Sensitive, anxious, and affectionate as Basil appears in his letters, he had a reserve and sedateness of manner which his contemporaries sometimes attributed to pride, sometimes to timidity. Gregory Nazianzen notices the former charge, and exclaims, "Is it possible for a man to embrace lepers, abasing himself so far, and yet to be supercilious towards those who are in health? to waste his flesh with continence, yet be swollen in soul with empty elation? to condemn the Pharisee, and to enlarge on his fall through pride, and to know that Christ descended even to a servant's form, and ate with publicans, and washed the disciples' feet, and disdained not the Cross, that He might nail to it my sin, and yet to soar beyond the clouds and count no one his equal; as appears to them who are jealous of him? But I suppose it was the self-possession of his character, and composure and polish, which they named pride."—Orat. 20. This testimony is the stronger as coming from one whom, on one occasion, as we shall see by and by, Basil did offend, by behaviour which is specified by a modern historian as the great specimen of his pride. Gregory certainly did not so feel it afterwards, though Gibbon thereupon calls Basil a "haughty prelate," as elsewhere for his resistance to Modestus he reproaches him with "inflexible pride." Indeed, Basil's doctrinal views on the subject of pride have even approved themselves to the fastidious judgment of Protestant controversialists, who, in their warfare with Rome, have often alleged with great satisfaction a passage which it will not be out of place here to quote.

"This is the perfect and absolute glorying in God," says Basil, " when a man is not elated by his own righteousness, but knows himself to be wanting in true righteousness, and justified by faith alone, which is in Christ. And Paul glories in despising his own righteousness and seeking that which is through Christ, a 'righteousness which is of God unto faith, in order that he may know Him, and the power of His resurrection, and the fellowship of His sufferings, being brought into the form of His death, if by any means he may attain unto the resurrection from the dead.' Here is cast down all height of haughtiness; nothing is left to thee for boasting, O man, whose glorying and hope lies in mortifying all that is thine, and living the life to come, which is in Christ; of which we, as having the first fruits, already pursue, living wholly in the grace and gift of God. And God it is 'who worketh in us to will and to do of His good pleasure.' That Pharisee, intrusive and extreme in pride, who not only was confident in himself, but even scoffed at the publican in God's presence, lost the glory of justification for the cause of his pride. Such, too, was the fall of the Israelites; for being elated against the Gentiles, as unclean, they became really unclean, and the Gentiles were cleansed. And the righteousness of the one became as a filthy rag: while the iniquity and the ungodliness of the Gentiles was wiped out through faith.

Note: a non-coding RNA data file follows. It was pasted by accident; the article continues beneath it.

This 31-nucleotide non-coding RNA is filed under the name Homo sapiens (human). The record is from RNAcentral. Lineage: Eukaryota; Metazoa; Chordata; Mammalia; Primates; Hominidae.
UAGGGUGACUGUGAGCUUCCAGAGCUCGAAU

"How, then, shall we attain to saving humility, abandoning the deadly elevation of pride? by practising something which is humble in all we do, and by overlooking nothing, from an idea that we shall gain no harm from it. For the soul is influenced by outward observances, and is shaped and fashioned according to its actions. Let, then, thy appearance, and garment, and gait, and sitting, and table, and bedroom, and house, and its furniture, all be directed according to lowliness. And thy speech and singing and conversation, in like manner, look towards meanness, and not exaltation. But perhaps


thou art awarded the highest seat, and men observe and honour thee? Become equal to those who are in subjection; 'not lording it over God's heritage,' saith scripture; be not like to rulers of this world. For whoso would be first, him our Lord bids be servant of all. In a word, follow after humility, as one enamoured of it. Be in love with it, and it shall glorify thee. So shalt thou nobly journey on to true glory, which is among the Angels, which is with God; and Christ will acknowledge thee as His own disciple, before the Angels, and will glorify thee, if thou learn to copy His humility."—Horn, de Humil.